England overwhelm Zimbabwe after Trescothick century

Charlie Austin

September 18, 2002

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Left-handed opener Marcus Trescothick was at his belligerent best on Wednesday afternoon, crashing his second consecutive one-day century to pave the way for a massive 108-run English victory.

On the eve of the match Zimbabwe's coach Geoff Marsh had correctly identified Trescothick as the major threat as his team looked to defeat an inexperienced English side plagued with injuries.

And his worst fears were realised as Zimbabwe's wayward bowlers were unable to curb his powerful stroke play during a 102-ball 119 that powered England to a formidable 298.

It followed his equally commanding 109 scored against India during the NatWest Series final at Lord's.

On that occasion, despite his heroics, he was left on the losing side as India pulled off a remarkable victory, successfully chasing a mammoth 325.

That failure ensured that England did not take victory for granted as they went out to field under the lights at Premadasa International Stadium.

But Zimbabwe lack India's batting firepower and with England's seam bowlers swinging the white ball in hot and humid conditions they never looked capable of overhauling England's total, especially after match referee Ranjan Madugalle docked them two overs for a slow over rate.

Matthew Hoggard, who had struggled to control the white ball during the NatWest Series, provided further evidence of his emergence as England's leading fast bowler in the absence of Darren Gough.

The 25-year-old made early inroads into the Zimbabwean batting, grabbing three wickets as skipper Nasser Hussain pushed him straight through his 10 overs - an exhausting workload in such steamy conditions.

Alistair Campbell (2) was the first to go, dragging an in-swinger onto his stumps, before Grant Flower (7) nibbled at a curving out-swinger and was caught at slip in the eighth over.

Dion Ebrahim (20) and Andy Flower consolidated, adding 41, but with Andrew Caddick also bowling accurately the run rate was always climbing after a slow start.

Hoggard then claimed his third wicket when Ebrahim miscued a leg-side flick and Zimbabwe were precariously placed on 55/3.

Andy Flower, who had struggled with a strained thigh in the field, was left in the familiar role of holding the innings together. But he could not keep pace with the required rate.

Fortunate to be reprieved by the television umpire on 31 when Stewart was convinced he had glanced a catch down the leg-side, he was eventually snared for 44 by the vitamin-fuelled Ronnie Irani.

Stuart Carlisle (23) then cut Irani straight to first slip to leave Zimbabwe with no hope on 111/5 in the 30th over of the innings.

Irani finished with four for 37 from his 10 overs but England were unable to wrap up the innings as Streak scored an unbeaten 50 from 58 balls.

Earlier, Hussain had won the toss, providing his batsmen with the best of the batting conditions.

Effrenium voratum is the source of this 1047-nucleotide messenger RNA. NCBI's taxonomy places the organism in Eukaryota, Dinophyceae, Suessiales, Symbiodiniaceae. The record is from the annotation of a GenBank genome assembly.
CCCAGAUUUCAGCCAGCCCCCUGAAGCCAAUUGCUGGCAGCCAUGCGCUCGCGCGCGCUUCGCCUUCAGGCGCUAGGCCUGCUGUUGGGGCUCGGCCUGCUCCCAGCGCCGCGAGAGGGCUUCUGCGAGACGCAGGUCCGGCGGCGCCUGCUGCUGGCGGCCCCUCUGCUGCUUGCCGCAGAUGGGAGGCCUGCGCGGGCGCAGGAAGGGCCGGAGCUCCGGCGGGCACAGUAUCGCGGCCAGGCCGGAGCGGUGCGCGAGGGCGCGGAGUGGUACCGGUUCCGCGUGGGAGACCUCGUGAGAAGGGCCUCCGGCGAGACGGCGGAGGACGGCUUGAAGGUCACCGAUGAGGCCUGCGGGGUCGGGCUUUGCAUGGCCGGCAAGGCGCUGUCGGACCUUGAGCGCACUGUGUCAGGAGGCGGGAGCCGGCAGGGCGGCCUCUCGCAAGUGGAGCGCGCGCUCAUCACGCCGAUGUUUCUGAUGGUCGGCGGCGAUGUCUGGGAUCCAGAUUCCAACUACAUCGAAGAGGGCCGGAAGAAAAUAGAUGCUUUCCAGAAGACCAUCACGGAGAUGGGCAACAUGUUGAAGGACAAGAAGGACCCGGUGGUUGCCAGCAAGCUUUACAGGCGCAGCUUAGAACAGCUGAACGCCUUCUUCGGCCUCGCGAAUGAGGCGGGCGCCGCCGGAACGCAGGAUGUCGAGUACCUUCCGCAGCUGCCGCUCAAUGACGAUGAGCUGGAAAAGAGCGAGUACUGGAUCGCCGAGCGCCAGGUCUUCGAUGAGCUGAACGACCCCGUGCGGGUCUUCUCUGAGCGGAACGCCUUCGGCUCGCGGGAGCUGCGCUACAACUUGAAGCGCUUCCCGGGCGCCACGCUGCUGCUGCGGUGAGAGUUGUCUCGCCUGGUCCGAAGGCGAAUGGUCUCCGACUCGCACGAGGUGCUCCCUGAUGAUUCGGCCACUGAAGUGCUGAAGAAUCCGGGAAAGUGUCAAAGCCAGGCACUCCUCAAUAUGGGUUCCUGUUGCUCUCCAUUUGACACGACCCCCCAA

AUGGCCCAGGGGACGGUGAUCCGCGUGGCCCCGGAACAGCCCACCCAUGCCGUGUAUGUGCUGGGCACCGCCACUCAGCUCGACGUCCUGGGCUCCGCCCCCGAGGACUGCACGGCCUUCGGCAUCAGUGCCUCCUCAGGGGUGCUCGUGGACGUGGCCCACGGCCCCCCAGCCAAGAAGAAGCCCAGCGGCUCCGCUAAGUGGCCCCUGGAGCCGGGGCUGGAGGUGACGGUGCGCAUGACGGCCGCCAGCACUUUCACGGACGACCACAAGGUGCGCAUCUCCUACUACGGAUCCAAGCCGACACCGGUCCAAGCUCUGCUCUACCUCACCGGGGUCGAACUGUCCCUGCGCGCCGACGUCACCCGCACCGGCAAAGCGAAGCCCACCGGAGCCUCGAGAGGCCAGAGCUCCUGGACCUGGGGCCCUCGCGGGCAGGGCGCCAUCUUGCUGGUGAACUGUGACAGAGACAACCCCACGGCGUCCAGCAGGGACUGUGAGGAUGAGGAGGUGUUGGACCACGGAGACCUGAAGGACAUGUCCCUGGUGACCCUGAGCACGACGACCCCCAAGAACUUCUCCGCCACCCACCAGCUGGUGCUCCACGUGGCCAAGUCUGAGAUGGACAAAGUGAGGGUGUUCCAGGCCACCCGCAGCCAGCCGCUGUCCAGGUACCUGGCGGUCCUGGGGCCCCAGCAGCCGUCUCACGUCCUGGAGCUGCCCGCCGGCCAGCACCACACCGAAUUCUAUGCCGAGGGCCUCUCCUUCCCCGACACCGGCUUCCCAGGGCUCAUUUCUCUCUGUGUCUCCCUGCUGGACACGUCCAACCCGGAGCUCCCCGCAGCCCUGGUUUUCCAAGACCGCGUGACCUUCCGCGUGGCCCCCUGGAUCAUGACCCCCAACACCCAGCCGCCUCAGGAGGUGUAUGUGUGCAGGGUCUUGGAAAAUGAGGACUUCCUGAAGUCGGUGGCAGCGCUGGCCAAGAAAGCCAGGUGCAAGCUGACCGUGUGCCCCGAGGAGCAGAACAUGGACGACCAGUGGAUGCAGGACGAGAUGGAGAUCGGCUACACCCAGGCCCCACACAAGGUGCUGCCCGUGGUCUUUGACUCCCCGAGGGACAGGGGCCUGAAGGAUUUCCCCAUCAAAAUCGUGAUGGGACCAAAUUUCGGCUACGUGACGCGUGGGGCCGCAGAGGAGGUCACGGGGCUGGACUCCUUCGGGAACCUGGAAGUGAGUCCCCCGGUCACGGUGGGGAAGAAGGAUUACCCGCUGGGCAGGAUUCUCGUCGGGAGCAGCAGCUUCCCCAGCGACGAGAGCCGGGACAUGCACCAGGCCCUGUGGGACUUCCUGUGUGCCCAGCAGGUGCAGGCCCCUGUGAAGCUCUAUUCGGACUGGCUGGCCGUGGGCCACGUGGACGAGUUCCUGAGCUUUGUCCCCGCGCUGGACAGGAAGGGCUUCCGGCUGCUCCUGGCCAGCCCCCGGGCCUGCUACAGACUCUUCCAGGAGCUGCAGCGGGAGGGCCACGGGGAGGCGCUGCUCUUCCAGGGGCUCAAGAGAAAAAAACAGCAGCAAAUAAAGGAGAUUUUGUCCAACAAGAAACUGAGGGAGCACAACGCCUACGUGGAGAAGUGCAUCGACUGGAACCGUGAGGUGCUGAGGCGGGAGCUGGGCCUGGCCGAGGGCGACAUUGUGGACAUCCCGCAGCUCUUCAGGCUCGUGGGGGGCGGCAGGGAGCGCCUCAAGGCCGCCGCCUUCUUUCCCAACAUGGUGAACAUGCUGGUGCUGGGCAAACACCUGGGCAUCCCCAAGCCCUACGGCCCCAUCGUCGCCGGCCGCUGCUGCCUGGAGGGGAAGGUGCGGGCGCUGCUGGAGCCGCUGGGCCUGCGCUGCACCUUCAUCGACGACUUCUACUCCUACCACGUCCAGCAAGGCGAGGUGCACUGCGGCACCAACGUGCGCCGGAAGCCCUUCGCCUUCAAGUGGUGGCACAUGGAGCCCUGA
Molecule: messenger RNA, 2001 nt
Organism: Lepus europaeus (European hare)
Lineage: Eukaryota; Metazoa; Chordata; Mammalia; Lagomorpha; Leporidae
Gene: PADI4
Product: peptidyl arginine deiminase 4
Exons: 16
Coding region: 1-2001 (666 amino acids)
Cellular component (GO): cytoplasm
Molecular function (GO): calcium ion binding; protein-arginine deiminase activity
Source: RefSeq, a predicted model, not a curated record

Trescothick made the flying start that Marsh had feared, punishing both Heath Streak and Douglas Hondo who bowled too full and wide.

But while the pink-cheeked Trescothick crashed boundaries through the inner circle at will, Nick Knight (8) lacked fluency before playing onto his stumps.

Hussain, who had sat out England's only practice game, provided the perfect foil for Trescothick scoring 75 from 97 balls.

Less emotional than when he scored a hundred at Lord's, a landmark that was greeted with an ugly finger-pointing outburst at the television commentators, he played with controlled aggression.

The pair added 141 for the second wicket and at the halfway mark England were 148/2, looking set for a total well in excess of 300.

But the innings lost momentum during the latter stages after the dismissal of Hussain, Ronnie Irani and Trescothick in the space of seven overs.

Debutant Ian Blackwell (17) heaved one impressive six over mid-wicket but failed to settle, Owais Shah scored 25 from 24 balls and Alec Stewart guided England in with an unbeaten 23.

England now face a crunch game against India on Sunday, the winner of which will play South Africa in the semi-finals, assuming that South Africa defeat Kenya on Friday.

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Charlie Austin Sri Lanka editor When Charlie Austin left for Sri Lanka after graduating from Sussex University, he was a planning a winter's cricket in the tropics and a six-month stint with an environmental NGO. His mother's worst fears were soon realised when it became clear that he had fallen in love with the island. Six months have now become eight years and Colombo has become his home. He joined Cricinfo in February 2000 and now heads operations in Sri Lanka, responsible for both sales and editorial. He is also the director of a UK-based travel company called Red Dot Tours, and is currently ghosting Muttiah Muralitharan's autobiography.
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